Scientists think the recent discovery of gravitational waves observed from the collision of two black holes may have also detected signatures of the astrophysics mystery of dark matter.
Scientists at Johns Hopkins university behind the September 2015 discovery by Laser Interferometer Gravitational-Wave Observatory (LIGO) wrote in the Did LIGO detect dark matter? [pdf] the black hole pair, known as a binary, could be part of the hypothetical dark matter thought to make up 27 percent of non-dark energy mass and energy in the observable universe.
Their discovery came 100 years since Einstein's theory of General Relativity predicted the existence of gravitational waves.
Last week the LIGO team announced it had detected a second round of gravatitional waves, shoring up the certainty of the initial find.
The binary was sized at between 36 and 29 times the mass of our sun, which larger than most stellar black hole model predictions allow, but insufficient for supermassive black hole models.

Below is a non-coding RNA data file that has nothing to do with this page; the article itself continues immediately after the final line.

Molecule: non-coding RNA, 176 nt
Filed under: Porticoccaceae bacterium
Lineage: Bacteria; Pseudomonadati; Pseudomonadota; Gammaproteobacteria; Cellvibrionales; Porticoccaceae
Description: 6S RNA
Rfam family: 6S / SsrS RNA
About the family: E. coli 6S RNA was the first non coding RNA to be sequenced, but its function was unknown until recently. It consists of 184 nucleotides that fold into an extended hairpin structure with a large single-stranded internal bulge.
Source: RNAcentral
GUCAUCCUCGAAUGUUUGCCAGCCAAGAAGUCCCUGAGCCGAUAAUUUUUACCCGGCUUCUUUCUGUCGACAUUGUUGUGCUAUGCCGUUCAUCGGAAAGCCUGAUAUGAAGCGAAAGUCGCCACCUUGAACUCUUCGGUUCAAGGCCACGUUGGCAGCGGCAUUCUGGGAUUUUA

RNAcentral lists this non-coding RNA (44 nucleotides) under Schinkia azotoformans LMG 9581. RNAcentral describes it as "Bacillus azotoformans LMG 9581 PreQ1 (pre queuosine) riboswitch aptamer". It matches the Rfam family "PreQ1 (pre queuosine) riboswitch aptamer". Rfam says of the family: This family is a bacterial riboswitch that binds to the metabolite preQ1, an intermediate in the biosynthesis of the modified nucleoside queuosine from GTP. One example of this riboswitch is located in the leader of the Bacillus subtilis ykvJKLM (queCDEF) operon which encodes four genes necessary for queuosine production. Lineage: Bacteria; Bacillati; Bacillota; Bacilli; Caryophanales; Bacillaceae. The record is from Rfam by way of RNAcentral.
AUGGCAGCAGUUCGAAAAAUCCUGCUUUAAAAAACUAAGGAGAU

It fits however with the model for the less-popular primordial black holes hypothesis in which the objects are said to be formed of collapsed gas during the early universe rather than dying stars.
These would distribute evenly throughout the universe and may congregate around galaxies.
The rate in which such primordial black holes would form binaries and collide matches with LIGO's observations, the scientists say.
"We are not proposing this is the dark matter," physics and astronomy professor Marc Kamionkowski says.
"We're not going to bet the house. It's a plausibility argument."
Further 30 solar-mass collisions would shore up the suggestion according to co-author and postdoctoral fellow Ely D. Kovetz.
"That the discovery of gravitational waves could be connected to dark matter" is creating lots of excitement.
Their suggestion could be put to the test earlier than otherwise expected. University of Glasgow physics professor Ken Strain told The Register this week that a gravitational wave event could be detected each month by the end of the decade thanks to LIGO upgrades in which he is involved.
Some US$600 million has already been spent upgrading LIGO to its advanced state.
"By the end of the decade we'll probably be able to detect at least one gravitational wave event per month," Ken Strain, professor of physics at University of Glasgow involved in upgrading LIGO, told The Register.
Two gravitational wave detectors are located in America and one in Italy with a further two to be constructed in India and Japan. ®